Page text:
WTF happened to my daughter?! (Ten things I’ve learned parenting a tween)

WTF happened to my daughter? This is basically what I say on a daily basis now that I’m parenting a tween. I mean don’t get me wrong, I LOVVVVVE the crap out of her… when she’s actually my daughter and doesn’t resemble Heath Ledger playing the Joker. Tweens are fun, aren’t they?! Yay! FYI, that last bit was written in the sarcastic font.

Anyways, I will be the first person to admit that I don’t know WTF I’m doing and I pretty much feel like I’m failing miserably all the time. Despite that, I have learned a few things so far. Enough to fit on a post-it note. So here goes, here are ten things I’ve learned about parenting a tween:

1. To talk less and listen more. There are two things that happen when I talk too much. A. She doesn’t get to vent her feelings. And B. She starts tuning me out and stops listening to anything I say.

2. To try not to fix her problems all the time. Sometimes all she wants is for me to say, “Yeah, that sucks,” and follow it up with a hug and some ice cream. Well, she doesn’t really want the hug but I give it to her anyway.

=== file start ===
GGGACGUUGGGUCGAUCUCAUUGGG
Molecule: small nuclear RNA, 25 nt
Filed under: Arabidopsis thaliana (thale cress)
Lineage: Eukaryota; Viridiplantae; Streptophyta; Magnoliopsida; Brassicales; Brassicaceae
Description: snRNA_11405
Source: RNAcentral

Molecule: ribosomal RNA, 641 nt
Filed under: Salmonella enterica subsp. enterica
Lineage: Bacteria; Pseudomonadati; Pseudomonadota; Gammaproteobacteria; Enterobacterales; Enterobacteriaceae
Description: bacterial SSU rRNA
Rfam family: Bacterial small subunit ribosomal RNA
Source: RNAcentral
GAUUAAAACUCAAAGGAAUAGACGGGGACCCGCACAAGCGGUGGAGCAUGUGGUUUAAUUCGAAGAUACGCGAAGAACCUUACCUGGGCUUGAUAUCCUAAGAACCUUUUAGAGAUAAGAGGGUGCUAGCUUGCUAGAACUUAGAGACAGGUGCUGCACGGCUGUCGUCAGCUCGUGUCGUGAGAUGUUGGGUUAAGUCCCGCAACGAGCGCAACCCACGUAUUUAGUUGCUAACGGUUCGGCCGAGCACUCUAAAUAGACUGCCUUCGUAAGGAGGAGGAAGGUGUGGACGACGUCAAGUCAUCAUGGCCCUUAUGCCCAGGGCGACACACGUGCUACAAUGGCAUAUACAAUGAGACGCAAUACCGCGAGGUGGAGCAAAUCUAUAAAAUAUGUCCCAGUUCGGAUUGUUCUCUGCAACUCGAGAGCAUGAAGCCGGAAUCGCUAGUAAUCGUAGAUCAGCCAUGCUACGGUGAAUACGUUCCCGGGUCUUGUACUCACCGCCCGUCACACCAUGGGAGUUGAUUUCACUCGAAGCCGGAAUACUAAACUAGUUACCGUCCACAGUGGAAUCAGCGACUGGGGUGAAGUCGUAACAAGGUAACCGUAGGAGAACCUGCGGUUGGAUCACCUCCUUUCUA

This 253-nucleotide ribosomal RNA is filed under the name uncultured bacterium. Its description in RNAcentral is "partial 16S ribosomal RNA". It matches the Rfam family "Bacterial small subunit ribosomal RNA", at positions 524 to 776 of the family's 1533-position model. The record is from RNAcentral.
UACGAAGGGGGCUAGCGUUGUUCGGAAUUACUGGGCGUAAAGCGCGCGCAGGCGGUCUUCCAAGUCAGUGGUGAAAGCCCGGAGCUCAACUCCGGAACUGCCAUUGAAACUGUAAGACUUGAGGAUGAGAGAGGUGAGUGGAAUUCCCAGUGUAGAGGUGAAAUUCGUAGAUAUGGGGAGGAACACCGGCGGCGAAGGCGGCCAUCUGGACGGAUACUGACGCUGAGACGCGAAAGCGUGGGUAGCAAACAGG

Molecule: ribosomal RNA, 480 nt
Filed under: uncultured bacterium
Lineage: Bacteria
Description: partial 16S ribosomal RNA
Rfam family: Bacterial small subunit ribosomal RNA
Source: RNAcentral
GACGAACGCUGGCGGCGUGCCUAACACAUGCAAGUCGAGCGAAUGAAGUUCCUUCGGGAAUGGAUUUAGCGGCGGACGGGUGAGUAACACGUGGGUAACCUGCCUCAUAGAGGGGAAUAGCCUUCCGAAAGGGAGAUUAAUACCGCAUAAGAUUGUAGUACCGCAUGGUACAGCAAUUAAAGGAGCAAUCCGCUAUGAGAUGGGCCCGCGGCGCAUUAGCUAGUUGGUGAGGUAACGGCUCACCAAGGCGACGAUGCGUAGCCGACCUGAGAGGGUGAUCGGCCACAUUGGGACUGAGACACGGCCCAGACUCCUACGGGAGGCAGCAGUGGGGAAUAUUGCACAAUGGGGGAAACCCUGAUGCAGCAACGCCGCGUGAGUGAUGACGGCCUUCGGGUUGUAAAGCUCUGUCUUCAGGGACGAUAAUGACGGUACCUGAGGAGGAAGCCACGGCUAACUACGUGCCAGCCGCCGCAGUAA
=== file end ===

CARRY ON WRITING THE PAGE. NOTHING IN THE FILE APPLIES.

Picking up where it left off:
3. To go lie on her bed sometimes even if she doesn’t ask for it. Will she complain? A little. But the way I see it, if she doesn’t come to cuddle in our bed anymore, we need to go to hers once in a while.

4. Not to let her rain on everyone else’s parade. She’s allowed to be in a crappy mood. She’s allowed to walk around without a smile on her face. She’s allowed to sulk quietly. But if she’s wailing, or stomping, or biting people’s heads off, she’s ruining their day too, and that’s not okay.

5. To talk about suicide and not avoid the subject. I know it feels like I’m putting the idea in her head, but really I’m just letting her know if the idea ever pops into her head, there’s always a better answer. Plus, having the conversation teaches her it’s not a taboo subject. She’s always allowed to come talk to me about it.

6. To be her punching bag, not her doormat. At the end of a bad day, I am the person she can cry to, vent to, and unload her feelings on. I am there to help absorb her pain. But I am not there to be treated like dirt. If she wants that, I will buy her a doormat.